Last week, AWMonline subscribers spoke with Australian YA author Michael Gerard Bauer during an online forum. The dynamics of having so many enthusiatic writers put questions to our internationally successful guest quickly created a warm and vibrant conversation. Here are some highlights from the discussion:

Kate: How conscious are you of the influence of your locality when writing?
MBG: Quite a bit. I taught at Marist Brothers in Brisbane and I based the school setting for “Don’t Call me Ishmael” on that. I felt the Ashgrove location a great deal in The Running Man and made a conscious decision to use the real suburb and street names in the story because it was based on some childhood memories of growing up there.

Robyn: Do you think having been a teacher has helped you as a writer, and if it has, what have you found most valuable about it?
MBG: Yes, definitely. I think it gave me a good understanding of the people I was writing about. I certainly couldn’t have written ishmael as well without drawing on my teaching years. During teaching I also read lots of YA books and loved them. Now when I visit schools to talk I feel very comfortable in that environment.

Samantha: What are some of the things that helped you make the trasition from full-time teacher to full-time writer, Michael?
MGB: Desperation to write the story was one thing! Having a very supportive wife who continued full time work helped a lot too. And some great good fortune.

Lynn: Do you work solely on one project at a time or do you mix it up?
MGB: I work on one project at a time but there has always been the next story in the back of my mind that starts to take over when the first one comes to an end.

Samantha: What does your writing week look like and how has your success, and associated PR obligations, impacted on your ability to write new material?
MGB: My writing week looks like a bit of a shambles most times! I’m trying to be more consistent and organised with my writing. On a good day I would have an early walk (really helps with ideas) have breakfast, write till lunch and then for a few hours after lunch. I have had to think more in the last 2 years about balancing writing and school/festival vists because sometimes I’ve been away for 5 weeks in a row interstate. You have to make space for the writing.

Kate: As a former teacher, and as a writer for young readers, what are your thoughts about encouraging creative writing in young people?
MGB: I don’t mind encouraging kids to enter comps. It gives them a structure and a focus for their writing. As long as winning or getting a prize is not the main objective but more simply a way to practice their writing.

Jim: I can understand the joy and passion of writing, but what is the most frustrating part of your successful life as an author?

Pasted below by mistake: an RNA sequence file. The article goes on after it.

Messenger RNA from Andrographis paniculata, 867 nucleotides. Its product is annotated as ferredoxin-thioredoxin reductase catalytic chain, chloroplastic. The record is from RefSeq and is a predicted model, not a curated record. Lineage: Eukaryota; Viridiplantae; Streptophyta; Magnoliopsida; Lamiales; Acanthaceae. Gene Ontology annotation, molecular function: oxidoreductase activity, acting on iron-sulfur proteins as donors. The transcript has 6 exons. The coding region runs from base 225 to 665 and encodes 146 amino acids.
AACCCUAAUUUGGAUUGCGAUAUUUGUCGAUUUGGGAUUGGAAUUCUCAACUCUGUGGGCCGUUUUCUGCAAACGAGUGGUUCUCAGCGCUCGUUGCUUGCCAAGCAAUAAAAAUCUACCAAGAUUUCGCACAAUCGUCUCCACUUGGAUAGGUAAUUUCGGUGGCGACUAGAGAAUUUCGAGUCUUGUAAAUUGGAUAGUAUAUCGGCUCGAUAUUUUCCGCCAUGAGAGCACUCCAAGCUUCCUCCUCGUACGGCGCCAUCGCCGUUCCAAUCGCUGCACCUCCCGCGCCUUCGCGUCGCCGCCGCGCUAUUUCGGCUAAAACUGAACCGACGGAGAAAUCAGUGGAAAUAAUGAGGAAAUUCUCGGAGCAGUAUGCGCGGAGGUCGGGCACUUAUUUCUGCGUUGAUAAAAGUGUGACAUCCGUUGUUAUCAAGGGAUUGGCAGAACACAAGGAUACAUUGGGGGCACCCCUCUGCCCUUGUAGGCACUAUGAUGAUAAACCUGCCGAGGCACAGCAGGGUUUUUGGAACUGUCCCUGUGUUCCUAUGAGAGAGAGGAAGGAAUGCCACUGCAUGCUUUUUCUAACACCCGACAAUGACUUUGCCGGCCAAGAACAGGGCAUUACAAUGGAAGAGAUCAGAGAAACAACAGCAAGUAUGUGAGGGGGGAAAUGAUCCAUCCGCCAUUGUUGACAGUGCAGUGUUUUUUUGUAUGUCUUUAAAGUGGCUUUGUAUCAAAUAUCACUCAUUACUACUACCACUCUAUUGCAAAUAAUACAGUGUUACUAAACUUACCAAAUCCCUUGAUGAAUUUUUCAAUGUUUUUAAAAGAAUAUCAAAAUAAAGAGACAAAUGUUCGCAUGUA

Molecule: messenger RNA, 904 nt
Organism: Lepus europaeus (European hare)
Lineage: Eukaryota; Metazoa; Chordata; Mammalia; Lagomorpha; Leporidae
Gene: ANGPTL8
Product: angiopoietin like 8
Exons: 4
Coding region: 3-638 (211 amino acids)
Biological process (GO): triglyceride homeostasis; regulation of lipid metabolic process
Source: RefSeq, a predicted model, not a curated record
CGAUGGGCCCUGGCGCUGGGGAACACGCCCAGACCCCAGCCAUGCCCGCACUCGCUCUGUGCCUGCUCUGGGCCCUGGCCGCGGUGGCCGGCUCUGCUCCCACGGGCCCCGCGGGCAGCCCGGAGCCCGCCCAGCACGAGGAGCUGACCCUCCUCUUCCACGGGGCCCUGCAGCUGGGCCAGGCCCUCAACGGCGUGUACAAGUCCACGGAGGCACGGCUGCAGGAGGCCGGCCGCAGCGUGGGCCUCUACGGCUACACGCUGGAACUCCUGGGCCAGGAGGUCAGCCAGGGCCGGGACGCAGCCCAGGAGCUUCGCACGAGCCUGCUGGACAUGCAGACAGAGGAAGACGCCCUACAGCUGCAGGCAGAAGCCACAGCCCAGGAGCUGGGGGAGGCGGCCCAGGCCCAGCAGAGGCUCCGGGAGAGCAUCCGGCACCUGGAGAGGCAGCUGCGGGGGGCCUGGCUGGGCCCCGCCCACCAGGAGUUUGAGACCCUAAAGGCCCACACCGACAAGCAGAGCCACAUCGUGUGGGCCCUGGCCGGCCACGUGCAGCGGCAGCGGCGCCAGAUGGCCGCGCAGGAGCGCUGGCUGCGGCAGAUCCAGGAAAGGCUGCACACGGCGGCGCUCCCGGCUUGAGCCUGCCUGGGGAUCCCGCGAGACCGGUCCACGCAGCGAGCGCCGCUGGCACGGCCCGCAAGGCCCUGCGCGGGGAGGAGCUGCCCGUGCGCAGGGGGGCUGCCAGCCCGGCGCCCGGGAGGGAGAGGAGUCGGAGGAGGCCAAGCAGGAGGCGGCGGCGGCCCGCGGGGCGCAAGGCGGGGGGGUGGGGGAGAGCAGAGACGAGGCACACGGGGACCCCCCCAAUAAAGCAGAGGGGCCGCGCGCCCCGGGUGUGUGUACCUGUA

MGB: I really feel blessed to have the chance to be a full time writer so I feel I’ve got nothing to complain about … but … I guess like every writer it’s when the ideas in your head end up all clunky on the page and that hard struggle to get it right. There are great rewards of course when you do it. Also wanting to write and not being able to because of other commitments.

Elaine: Do you recommend having an agent or trying to find a publisher?
MGB: I can’t say much about having an agent. I don’t have one but I know some authors who do and swear by them. I tend to do everything myself and I must admit sometimes I think it would be nice to have someone negotiate contracts etc for you. My overseas sales have all been organised by the rights people at Scholastic.

Joanne: Do you have a critique group or circle of people that you use to help you with your projects?
MGB: No, I don’t. I think I’m too self conscious to be scrutinised! But I know people who do and find them a great source of support and inspiration.

Jodi: Do you think your teaching background has led you to write YA novels? What are you working on at the moment? Do you ever think you’ll write/publish more short fiction?
MGB: Yes, I think my teaching has led me to YA novels. Although i tend to write stories that I like rather than think too much about aiming them at a particular audience. Must be my arrested development that they end up YA! At present I’m writing a shorter novel – 25000 – words where the narrator is a 11 yr old boy. he tells the story of his dog’s life but also reveals things about his family. i’m not sure who will want to read it but I have to write anyway.

Luke: I know Dinosaur Knights has only just been released, but are you working on your next project yet? Can you tell us anything about it?
MGB: I’m enjoying trying to write [my latest story] from a young narrator’s POV. It means my language has to be simple and straight forward. I want to tell a powerful story with simple language. Some people might say I use too much imagery and symbolism and exaggerated similes/metaphors in some of my previous novels!

Robyn: I’ve been reading lately that YA and kids books seem to be selling well – better than books for adults even – despite the ‘global economic crisis’ .
MGB: I think children’s books particularly in Australia are so strong and well written so maybe they are better placed to weather the storm.

Meg: Thank you to all our wonderful forum particpants – you have created a fantastic, informative discussion that shows such enthusiasm for the craft of writing. And special thanks to our guest, Michael Bauer. Your generosity in sharing your experience with our beginner and developing writers from around Australia has enriched us all, Michael. You’re a treasure!

MGB: Thanks everyone, this has been such great fun! Thank you for your wonderful questions. I hope I’ve managed to make some sense with my answers. I might have to have a lie down now though …

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